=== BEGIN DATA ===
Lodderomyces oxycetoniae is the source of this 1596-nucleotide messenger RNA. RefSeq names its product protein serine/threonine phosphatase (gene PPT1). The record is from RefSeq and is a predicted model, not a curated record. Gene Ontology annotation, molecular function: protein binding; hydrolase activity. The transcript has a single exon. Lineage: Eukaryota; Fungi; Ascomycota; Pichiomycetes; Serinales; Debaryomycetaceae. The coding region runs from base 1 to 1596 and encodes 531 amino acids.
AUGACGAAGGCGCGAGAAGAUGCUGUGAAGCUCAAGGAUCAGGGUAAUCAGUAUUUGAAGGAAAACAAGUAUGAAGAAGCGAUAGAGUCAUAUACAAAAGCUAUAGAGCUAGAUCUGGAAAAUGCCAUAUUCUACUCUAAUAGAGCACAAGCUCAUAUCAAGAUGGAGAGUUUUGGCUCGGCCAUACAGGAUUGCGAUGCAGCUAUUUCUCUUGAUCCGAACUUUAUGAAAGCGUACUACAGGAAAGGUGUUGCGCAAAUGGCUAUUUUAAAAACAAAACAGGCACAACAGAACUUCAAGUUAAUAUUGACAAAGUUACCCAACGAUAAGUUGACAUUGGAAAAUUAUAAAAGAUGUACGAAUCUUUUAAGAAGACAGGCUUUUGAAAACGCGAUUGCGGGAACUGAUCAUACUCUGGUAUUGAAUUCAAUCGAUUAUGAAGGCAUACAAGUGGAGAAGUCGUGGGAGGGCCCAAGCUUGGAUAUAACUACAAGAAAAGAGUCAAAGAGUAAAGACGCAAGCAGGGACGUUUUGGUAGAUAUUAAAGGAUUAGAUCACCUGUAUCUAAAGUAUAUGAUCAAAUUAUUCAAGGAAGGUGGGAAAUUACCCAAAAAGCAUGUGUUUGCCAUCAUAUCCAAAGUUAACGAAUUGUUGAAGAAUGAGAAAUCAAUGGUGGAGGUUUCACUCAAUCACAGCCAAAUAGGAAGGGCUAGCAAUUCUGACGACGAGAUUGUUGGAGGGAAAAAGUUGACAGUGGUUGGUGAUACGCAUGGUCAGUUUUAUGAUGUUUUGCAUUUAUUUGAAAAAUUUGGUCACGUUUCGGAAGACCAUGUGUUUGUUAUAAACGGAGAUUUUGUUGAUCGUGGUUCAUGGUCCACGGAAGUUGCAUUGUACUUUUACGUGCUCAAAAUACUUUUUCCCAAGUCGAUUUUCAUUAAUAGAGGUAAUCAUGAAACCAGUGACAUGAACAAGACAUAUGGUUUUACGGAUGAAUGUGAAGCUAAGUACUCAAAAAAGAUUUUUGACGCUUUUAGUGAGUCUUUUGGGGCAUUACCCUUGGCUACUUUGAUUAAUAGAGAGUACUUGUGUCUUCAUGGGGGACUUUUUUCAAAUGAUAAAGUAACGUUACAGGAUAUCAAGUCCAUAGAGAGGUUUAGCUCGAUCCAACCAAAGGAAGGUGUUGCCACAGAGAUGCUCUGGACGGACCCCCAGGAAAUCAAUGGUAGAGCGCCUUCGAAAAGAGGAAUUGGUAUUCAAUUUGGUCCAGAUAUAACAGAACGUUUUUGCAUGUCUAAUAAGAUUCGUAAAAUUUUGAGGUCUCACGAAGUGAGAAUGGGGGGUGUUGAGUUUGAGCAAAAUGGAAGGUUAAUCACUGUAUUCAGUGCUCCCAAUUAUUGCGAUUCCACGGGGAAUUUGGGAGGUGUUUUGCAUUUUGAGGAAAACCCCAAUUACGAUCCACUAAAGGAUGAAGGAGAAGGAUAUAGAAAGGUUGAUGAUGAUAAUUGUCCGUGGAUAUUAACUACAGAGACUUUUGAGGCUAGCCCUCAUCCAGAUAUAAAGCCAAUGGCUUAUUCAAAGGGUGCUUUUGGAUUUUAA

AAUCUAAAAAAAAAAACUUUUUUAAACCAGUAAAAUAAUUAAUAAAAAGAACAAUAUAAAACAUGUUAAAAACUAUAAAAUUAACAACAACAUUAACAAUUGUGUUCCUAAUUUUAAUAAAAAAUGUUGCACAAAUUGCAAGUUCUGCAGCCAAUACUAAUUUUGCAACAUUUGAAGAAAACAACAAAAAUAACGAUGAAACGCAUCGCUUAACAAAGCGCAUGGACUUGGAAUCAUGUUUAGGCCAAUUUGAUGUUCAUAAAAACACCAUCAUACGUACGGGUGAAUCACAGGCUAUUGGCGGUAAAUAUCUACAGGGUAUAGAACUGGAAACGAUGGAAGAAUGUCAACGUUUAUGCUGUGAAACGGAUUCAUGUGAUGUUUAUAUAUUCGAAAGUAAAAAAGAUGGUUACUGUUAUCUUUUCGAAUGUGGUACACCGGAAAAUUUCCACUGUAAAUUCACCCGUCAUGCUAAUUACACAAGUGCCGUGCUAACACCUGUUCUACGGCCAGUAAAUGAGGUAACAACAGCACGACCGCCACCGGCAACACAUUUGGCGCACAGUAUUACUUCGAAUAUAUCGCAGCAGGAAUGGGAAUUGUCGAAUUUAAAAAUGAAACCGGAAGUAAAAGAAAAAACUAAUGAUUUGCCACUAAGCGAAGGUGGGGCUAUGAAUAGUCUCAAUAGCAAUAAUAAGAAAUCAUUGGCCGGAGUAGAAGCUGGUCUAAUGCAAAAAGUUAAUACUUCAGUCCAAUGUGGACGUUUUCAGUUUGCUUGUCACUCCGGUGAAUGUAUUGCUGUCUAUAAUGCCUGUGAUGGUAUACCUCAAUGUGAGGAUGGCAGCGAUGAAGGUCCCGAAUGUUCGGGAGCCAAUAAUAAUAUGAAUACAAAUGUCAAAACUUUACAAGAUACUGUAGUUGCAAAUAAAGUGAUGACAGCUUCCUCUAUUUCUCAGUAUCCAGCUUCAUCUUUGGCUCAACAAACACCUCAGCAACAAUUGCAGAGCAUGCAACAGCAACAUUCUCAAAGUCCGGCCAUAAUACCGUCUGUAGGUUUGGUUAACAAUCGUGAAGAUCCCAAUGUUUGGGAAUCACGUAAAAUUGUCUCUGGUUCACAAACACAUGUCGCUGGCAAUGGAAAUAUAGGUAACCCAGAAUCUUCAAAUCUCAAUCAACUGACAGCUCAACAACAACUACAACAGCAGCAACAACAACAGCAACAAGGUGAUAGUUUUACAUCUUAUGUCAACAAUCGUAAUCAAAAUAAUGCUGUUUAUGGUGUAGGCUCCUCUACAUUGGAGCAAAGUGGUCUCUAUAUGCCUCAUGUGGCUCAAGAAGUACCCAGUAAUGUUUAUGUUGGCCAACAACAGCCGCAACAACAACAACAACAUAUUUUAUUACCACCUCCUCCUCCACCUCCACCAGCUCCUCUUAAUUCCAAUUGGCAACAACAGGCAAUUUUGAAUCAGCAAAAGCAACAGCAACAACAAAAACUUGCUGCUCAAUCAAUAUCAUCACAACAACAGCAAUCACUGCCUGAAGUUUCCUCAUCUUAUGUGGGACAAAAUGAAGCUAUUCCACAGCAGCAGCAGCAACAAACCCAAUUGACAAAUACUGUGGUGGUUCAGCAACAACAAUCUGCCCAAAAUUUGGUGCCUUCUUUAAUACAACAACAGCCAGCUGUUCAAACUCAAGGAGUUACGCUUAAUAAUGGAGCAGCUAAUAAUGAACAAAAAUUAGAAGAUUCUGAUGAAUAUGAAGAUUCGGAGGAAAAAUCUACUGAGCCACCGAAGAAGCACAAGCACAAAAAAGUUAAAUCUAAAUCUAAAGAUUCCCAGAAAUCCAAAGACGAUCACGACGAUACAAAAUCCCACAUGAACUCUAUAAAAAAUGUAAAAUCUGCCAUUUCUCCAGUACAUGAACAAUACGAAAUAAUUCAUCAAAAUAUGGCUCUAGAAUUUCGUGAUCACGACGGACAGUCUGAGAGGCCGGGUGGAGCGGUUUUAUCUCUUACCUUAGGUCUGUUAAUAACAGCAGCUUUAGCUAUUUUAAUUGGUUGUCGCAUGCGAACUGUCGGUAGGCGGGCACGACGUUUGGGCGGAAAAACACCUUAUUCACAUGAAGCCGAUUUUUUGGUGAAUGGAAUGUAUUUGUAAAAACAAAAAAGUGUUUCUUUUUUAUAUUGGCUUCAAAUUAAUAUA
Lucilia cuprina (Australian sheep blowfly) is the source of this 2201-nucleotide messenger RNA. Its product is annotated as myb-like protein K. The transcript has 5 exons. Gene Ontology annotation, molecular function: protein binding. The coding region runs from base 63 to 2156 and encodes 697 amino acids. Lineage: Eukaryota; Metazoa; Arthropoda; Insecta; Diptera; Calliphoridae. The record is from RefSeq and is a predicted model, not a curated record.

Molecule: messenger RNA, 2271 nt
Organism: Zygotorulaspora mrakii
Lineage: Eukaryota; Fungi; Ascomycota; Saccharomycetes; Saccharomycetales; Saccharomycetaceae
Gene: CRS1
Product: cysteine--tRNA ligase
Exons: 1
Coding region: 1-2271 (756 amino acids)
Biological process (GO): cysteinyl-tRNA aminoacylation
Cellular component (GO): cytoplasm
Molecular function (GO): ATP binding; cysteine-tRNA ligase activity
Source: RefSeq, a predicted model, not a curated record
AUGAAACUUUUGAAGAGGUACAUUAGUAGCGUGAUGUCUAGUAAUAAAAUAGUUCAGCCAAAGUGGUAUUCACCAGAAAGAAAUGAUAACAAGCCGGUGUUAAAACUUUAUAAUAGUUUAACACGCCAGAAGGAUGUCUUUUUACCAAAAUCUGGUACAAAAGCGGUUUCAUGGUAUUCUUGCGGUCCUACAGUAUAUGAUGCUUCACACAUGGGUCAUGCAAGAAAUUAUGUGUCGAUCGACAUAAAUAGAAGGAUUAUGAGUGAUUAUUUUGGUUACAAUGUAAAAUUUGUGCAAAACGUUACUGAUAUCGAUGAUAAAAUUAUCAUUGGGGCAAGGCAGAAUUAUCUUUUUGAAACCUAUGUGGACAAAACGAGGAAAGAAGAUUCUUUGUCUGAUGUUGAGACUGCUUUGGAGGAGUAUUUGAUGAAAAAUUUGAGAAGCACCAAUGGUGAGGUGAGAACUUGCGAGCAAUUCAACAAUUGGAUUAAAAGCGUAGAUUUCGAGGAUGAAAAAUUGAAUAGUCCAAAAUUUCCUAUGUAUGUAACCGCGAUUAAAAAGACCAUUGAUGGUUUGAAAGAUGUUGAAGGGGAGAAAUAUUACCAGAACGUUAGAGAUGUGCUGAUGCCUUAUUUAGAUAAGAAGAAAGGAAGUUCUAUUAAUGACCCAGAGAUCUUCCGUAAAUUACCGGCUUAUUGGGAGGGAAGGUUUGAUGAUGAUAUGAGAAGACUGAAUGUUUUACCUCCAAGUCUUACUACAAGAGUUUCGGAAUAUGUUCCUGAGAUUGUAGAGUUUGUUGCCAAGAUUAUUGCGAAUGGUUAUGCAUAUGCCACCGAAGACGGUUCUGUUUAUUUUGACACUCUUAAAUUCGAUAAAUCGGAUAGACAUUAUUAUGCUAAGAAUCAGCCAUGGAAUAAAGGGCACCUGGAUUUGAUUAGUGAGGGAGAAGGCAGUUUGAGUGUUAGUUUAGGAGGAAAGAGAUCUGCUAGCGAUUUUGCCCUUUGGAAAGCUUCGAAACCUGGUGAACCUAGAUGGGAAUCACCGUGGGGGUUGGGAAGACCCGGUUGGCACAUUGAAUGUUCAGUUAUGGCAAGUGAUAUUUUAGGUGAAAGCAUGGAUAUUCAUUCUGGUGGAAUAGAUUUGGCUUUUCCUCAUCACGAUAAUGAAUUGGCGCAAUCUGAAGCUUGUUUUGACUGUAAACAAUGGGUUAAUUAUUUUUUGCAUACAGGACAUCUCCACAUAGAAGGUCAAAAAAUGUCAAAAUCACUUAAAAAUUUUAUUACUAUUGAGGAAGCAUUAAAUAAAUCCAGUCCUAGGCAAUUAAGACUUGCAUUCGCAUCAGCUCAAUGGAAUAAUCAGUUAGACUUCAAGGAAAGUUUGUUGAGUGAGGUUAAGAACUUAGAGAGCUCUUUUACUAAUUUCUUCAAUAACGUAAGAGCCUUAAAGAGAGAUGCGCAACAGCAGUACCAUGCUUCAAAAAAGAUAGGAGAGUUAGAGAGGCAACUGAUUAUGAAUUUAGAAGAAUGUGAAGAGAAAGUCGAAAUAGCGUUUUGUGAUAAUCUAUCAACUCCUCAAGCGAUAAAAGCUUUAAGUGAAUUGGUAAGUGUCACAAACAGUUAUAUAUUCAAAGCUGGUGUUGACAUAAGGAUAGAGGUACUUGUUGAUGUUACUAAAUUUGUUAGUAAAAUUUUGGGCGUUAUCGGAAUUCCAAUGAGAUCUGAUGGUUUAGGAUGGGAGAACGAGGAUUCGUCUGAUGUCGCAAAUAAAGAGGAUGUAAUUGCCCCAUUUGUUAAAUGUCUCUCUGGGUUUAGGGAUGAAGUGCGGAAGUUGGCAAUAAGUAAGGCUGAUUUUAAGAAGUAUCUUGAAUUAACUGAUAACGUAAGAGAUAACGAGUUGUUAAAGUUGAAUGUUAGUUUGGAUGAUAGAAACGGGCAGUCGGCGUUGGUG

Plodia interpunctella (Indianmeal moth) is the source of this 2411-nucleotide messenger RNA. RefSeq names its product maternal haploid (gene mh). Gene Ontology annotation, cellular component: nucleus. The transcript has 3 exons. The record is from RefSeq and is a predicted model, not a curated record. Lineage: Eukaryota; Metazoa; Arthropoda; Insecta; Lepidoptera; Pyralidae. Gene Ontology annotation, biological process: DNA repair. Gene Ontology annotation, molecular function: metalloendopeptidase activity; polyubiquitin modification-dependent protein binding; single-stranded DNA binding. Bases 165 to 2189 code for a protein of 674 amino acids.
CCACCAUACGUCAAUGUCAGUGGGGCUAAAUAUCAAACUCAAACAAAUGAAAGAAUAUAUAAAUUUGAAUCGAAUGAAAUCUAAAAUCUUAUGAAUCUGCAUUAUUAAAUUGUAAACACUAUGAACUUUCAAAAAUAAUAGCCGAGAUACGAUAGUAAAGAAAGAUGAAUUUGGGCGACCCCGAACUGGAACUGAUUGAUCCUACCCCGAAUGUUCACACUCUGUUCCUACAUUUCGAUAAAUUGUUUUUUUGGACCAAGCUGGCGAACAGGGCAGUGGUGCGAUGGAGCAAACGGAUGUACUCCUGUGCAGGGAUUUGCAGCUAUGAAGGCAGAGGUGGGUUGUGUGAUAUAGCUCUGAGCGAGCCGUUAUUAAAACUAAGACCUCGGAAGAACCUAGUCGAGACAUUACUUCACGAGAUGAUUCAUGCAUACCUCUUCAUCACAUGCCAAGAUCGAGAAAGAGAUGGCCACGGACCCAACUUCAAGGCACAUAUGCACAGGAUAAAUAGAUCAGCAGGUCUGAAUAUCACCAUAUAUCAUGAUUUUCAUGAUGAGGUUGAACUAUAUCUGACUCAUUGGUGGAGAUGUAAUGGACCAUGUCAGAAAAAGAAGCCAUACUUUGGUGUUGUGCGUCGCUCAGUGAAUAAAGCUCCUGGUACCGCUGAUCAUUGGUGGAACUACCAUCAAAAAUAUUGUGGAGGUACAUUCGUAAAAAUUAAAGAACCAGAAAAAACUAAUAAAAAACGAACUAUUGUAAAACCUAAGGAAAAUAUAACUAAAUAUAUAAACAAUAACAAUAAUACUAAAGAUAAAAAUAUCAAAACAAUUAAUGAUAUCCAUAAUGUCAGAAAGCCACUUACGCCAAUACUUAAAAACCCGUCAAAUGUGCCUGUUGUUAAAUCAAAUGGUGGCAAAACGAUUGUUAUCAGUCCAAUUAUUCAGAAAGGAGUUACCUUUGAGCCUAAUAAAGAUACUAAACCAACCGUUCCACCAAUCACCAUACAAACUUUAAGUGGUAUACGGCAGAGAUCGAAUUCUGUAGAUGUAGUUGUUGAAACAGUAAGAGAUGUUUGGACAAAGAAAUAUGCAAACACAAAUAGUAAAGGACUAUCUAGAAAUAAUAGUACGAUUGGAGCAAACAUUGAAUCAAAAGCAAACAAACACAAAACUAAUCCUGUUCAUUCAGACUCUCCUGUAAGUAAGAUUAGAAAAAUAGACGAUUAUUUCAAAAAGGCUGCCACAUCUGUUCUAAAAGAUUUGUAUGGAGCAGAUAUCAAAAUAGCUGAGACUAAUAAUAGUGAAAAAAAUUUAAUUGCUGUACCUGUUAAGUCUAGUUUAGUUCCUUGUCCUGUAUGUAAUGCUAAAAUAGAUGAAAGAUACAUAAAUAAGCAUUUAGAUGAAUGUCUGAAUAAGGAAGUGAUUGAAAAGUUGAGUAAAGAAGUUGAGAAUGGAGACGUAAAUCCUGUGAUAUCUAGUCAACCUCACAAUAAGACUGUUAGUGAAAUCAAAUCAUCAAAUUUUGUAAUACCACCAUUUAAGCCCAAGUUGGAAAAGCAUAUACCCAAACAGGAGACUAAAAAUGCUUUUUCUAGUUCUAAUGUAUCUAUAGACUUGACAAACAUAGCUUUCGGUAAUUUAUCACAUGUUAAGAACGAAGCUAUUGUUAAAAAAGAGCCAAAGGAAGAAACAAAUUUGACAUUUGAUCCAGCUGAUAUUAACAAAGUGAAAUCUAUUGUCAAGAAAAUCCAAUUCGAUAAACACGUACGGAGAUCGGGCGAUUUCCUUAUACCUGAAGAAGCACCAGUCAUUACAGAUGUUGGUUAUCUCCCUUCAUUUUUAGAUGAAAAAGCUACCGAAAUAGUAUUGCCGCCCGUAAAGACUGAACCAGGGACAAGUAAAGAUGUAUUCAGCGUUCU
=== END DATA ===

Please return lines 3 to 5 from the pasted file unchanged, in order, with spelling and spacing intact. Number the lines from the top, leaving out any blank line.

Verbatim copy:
AAUCUAAAAAAAAAAACUUUUUUAAACCAGUAAAAUAAUUAAUAAAAAGAACAAUAUAAAACAUGUUAAAAACUAUAAAAUUAACAACAACAUUAACAAUUGUGUUCCUAAUUUUAAUAAAAAAUGUUGCACAAAUUGCAAGUUCUGCAGCCAAUACUAAUUUUGCAACAUUUGAAGAAAACAACAAAAAUAACGAUGAAACGCAUCGCUUAACAAAGCGCAUGGACUUGGAAUCAUGUUUAGGCCAAUUUGAUGUUCAUAAAAACACCAUCAUACGUACGGGUGAAUCACAGGCUAUUGGCGGUAAAUAUCUACAGGGUAUAGAACUGGAAACGAUGGAAGAAUGUCAACGUUUAUGCUGUGAAACGGAUUCAUGUGAUGUUUAUAUAUUCGAAAGUAAAAAAGAUGGUUACUGUUAUCUUUUCGAAUGUGGUACACCGGAAAAUUUCCACUGUAAAUUCACCCGUCAUGCUAAUUACACAAGUGCCGUGCUAACACCUGUUCUACGGCCAGUAAAUGAGGUAACAACAGCACGACCGCCACCGGCAACACAUUUGGCGCACAGUAUUACUUCGAAUAUAUCGCAGCAGGAAUGGGAAUUGUCGAAUUUAAAAAUGAAACCGGAAGUAAAAGAAAAAACUAAUGAUUUGCCACUAAGCGAAGGUGGGGCUAUGAAUAGUCUCAAUAGCAAUAAUAAGAAAUCAUUGGCCGGAGUAGAAGCUGGUCUAAUGCAAAAAGUUAAUACUUCAGUCCAAUGUGGACGUUUUCAGUUUGCUUGUCACUCCGGUGAAUGUAUUGCUGUCUAUAAUGCCUGUGAUGGUAUACCUCAAUGUGAGGAUGGCAGCGAUGAAGGUCCCGAAUGUUCGGGAGCCAAUAAUAAUAUGAAUACAAAUGUCAAAACUUUACAAGAUACUGUAGUUGCAAAUAAAGUGAUGACAGCUUCCUCUAUUUCUCAGUAUCCAGCUUCAUCUUUGGCUCAACAAACACCUCAGCAACAAUUGCAGAGCAUGCAACAGCAACAUUCUCAAAGUCCGGCCAUAAUACCGUCUGUAGGUUUGGUUAACAAUCGUGAAGAUCCCAAUGUUUGGGAAUCACGUAAAAUUGUCUCUGGUUCACAAACACAUGUCGCUGGCAAUGGAAAUAUAGGUAACCCAGAAUCUUCAAAUCUCAAUCAACUGACAGCUCAACAACAACUACAACAGCAGCAACAACAACAGCAACAAGGUGAUAGUUUUACAUCUUAUGUCAACAAUCGUAAUCAAAAUAAUGCUGUUUAUGGUGUAGGCUCCUCUACAUUGGAGCAAAGUGGUCUCUAUAUGCCUCAUGUGGCUCAAGAAGUACCCAGUAAUGUUUAUGUUGGCCAACAACAGCCGCAACAACAACAACAACAUAUUUUAUUACCACCUCCUCCUCCACCUCCACCAGCUCCUCUUAAUUCCAAUUGGCAACAACAGGCAAUUUUGAAUCAGCAAAAGCAACAGCAACAACAAAAACUUGCUGCUCAAUCAAUAUCAUCACAACAACAGCAAUCACUGCCUGAAGUUUCCUCAUCUUAUGUGGGACAAAAUGAAGCUAUUCCACAGCAGCAGCAGCAACAAACCCAAUUGACAAAUACUGUGGUGGUUCAGCAACAACAAUCUGCCCAAAAUUUGGUGCCUUCUUUAAUACAACAACAGCCAGCUGUUCAAACUCAAGGAGUUACGCUUAAUAAUGGAGCAGCUAAUAAUGAACAAAAAUUAGAAGAUUCUGAUGAAUAUGAAGAUUCGGAGGAAAAAUCUACUGAGCCACCGAAGAAGCACAAGCACAAAAAAGUUAAAUCUAAAUCUAAAGAUUCCCAGAAAUCCAAAGACGAUCACGACGAUACAAAAUCCCACAUGAACUCUAUAAAAAAUGUAAAAUCUGCCAUUUCUCCAGUACAUGAACAAUACGAAAUAAUUCAUCAAAAUAUGGCUCUAGAAUUUCGUGAUCACGACGGACAGUCUGAGAGGCCGGGUGGAGCGGUUUUAUCUCUUACCUUAGGUCUGUUAAUAACAGCAGCUUUAGCUAUUUUAAUUGGUUGUCGCAUGCGAACUGUCGGUAGGCGGGCACGACGUUUGGGCGGAAAAACACCUUAUUCACAUGAAGCCGAUUUUUUGGUGAAUGGAAUGUAUUUGUAAAAACAAAAAAGUGUUUCUUUUUUAUAUUGGCUUCAAAUUAAUAUA
Lucilia cuprina (Australian sheep blowfly) is the source of this 2201-nucleotide messenger RNA. Its product is annotated as myb-like protein K. The transcript has 5 exons. Gene Ontology annotation, molecular function: protein binding. The coding region runs from base 63 to 2156 and encodes 697 amino acids. Lineage: Eukaryota; Metazoa; Arthropoda; Insecta; Diptera; Calliphoridae. The record is from RefSeq and is a predicted model, not a curated record.

Molecule: messenger RNA, 2271 nt